The Right Thing

//The Right Thing

The Right Thing

“You must believe that what you are doing right now is the right thing.”

Hugh used to say that to me often, because I have a tendency to second-guess decisions. And I would say back, “What if it’s not the right thing?”

He would just shrug and walk away. Because he knew that ultimately he would make mistakes, then he would say, “Oopsi.” I would make mistakes, then I would descend into a funk. The world in general would make mistakes, then it would become front page news. I mean if we’re all just sitting around doing nothing, what’s the point?

I think I’ve figured out why this happens:  we’re smarter tomorrow. Tomorrow, if you’re evolving as a human being, like we’ve all been doing for millennia as a species, you’ll be smarter than today.

Take, for instance, the Salem witch trials of the late 17th century. How smart was it to believe that people’s “specters” – spirits – were afflicting others? My sister, Jana, along with some cousins, has traced our family through George Adkin Hartley, who came to Massachusetts from Newcastle, England in the 18th century, eventually marrying Abigail Estey, who’s great-great grandmother was Mary (Towne) Estey (spelled many ways, including Eastey if you wish to Wiki it), who was hung in those trials. I know, it explains a lot about my family! But, seriously, she was a “pious and respected citizen of Salem” who was condemned to die because Mercy Lewis said when Mary clasped her hands together, hers did too and she couldn’t release them until Mary released her own. When Mary inclined her head, afflicted girls accused her of trying to break their necks.

You can read Mary’s handwritten appeal online. It was not an attempt to save her own life, but a plea that “no more innocent blood be shed”. As there were no more hangings following her execution, along with several others, on September 22, 1692, it is felt that her moving document helped put a stop to the madness.

Although Mary was facing death, her ability with words, and her desire to help others by writing them down, is a distant fire that runs through my veins. But what if your family history is blank because some politician in 1920 thought he was doing the right thing?

Duncan Campbell Scott, head of the Department of Indian Affairs, wanted to get “rid of the Indian problem. Our object is to continue until there is not a single Indian in Canada that has not been absorbed into the body politic, and there is no Indian question, and no Indian department.”

Cringeworthy, isn’t it? But Scott thought he was doing his job. It’s superior-type thinking, isn’t it, to believe that one culture, or ethnic group, is better, more worthy than another? I don’t know what ethnic group I belong to, as I’ve come to the conclusion I’m Anglo-Saxon, based on my looks and name, which makes me a descendant of the Germanic tribes who migrated to Great Britain from continental Europe in the 5th century. We’re a pretty ordinary bunch, with our pale skin, hair and eyes and without a lot of angst.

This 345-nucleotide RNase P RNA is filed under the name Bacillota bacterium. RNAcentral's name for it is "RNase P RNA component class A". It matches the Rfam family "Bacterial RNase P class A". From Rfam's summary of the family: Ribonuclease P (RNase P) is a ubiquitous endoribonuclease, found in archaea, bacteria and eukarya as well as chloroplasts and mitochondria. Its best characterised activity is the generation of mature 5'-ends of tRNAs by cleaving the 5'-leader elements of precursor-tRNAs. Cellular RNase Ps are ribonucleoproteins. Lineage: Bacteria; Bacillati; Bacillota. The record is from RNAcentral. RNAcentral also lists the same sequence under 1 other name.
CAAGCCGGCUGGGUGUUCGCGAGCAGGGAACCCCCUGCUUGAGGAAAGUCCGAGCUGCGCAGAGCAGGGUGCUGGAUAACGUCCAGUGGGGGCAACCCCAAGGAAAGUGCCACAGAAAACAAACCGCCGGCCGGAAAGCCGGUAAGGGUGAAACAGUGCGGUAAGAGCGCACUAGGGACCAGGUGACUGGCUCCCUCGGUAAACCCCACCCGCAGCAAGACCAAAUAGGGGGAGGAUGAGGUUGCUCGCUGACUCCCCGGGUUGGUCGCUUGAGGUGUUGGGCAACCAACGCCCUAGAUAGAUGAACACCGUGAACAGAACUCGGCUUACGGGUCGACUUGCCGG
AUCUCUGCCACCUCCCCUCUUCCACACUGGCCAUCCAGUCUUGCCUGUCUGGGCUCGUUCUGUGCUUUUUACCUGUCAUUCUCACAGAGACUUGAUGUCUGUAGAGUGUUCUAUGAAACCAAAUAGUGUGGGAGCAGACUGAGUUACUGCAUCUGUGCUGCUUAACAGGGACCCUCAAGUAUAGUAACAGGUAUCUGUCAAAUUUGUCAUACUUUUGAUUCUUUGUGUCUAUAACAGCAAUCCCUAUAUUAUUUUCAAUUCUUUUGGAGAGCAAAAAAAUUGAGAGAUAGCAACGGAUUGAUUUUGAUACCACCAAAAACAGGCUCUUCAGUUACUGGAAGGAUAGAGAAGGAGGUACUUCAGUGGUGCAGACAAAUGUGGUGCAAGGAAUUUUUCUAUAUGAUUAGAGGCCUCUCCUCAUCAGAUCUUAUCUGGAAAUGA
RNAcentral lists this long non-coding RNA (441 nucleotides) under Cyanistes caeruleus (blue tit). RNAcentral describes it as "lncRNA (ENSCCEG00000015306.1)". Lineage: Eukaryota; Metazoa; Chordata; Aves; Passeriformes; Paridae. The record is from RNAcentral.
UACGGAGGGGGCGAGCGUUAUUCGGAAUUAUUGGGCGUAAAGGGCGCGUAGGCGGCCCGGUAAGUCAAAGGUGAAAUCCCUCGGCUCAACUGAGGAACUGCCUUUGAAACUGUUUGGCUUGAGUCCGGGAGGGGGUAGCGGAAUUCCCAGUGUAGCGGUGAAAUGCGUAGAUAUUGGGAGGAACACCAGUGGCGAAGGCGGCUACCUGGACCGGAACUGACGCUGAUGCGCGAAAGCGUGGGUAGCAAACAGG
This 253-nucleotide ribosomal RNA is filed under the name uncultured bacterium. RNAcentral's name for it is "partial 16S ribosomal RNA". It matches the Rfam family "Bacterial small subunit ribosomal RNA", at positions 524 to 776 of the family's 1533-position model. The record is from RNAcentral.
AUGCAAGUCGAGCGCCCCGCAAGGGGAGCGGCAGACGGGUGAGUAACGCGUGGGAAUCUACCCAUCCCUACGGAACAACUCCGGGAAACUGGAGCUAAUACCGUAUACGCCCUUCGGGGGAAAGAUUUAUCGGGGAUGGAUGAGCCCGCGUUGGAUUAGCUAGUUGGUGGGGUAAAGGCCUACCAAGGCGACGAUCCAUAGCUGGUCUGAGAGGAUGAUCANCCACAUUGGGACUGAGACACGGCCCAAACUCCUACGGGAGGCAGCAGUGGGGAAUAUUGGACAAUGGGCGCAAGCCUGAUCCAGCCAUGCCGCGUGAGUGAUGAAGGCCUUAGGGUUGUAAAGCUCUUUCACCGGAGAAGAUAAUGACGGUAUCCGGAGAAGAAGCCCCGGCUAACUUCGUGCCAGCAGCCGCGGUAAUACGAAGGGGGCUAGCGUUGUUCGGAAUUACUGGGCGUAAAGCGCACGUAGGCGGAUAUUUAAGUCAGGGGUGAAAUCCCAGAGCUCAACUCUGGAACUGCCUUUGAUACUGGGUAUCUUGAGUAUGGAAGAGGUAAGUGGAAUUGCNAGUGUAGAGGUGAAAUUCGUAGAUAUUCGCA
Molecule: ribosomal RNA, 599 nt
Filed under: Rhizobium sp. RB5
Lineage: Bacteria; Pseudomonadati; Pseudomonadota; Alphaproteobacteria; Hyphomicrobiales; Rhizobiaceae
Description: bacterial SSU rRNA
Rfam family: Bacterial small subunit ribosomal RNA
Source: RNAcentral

Oh, if I could only have been a Jew! I thought once, hanging off of every life-or-death word spoken by writer Anne Michaels. What matters to her? That crucial moment before the glass falls from the table. Wow. I’m certain I’d be a better writer if I had to overcome thousands of years of persecution.

So, the Truth and Reconciliation Commission Report is a horrid account of abuses, calling Canada’s federally run residential schools “cultural genocide”. We know this now, because we are smarter today, and, besides the Holocaust, we also know of many other actual genocides, like Rwanda and Srebrenica. Even though we are smarter today than yesterday, there are currently five countries on the globe – Iraq, Somalia, Central African Republic, Myanmar (Rachine, Kachin) and Nigeria – under a genocide emergency, meaning genocide is happening right now.

To coincide with the release of Justice Murray Sinclair’s recommendations in Ottawa this week, Maclean’s magazine published the accounts of “thirteen extraordinary Indigenous women”. They explain what it means to be abused, to be considered “disposable”, to be called “squaw”, to almost die at the hands of a man. I like how many of them refer to the “Creator” and call nature the witness. Says one:  “I could never leave my kids, or the mountains:  the ancient ones, the all-knowing. I look at them every day; I pray to them, and ask for the courage to keep fighting. Recovery is a lifelong battle, not without setbacks.”

Pray to the mountains, the forests, the seas and the skies. For the courage to keep fighting for peace. For equality for all. For no more innocent bloodshed. Surely, despite all of these setbacks, one day we’ll do the right thing?



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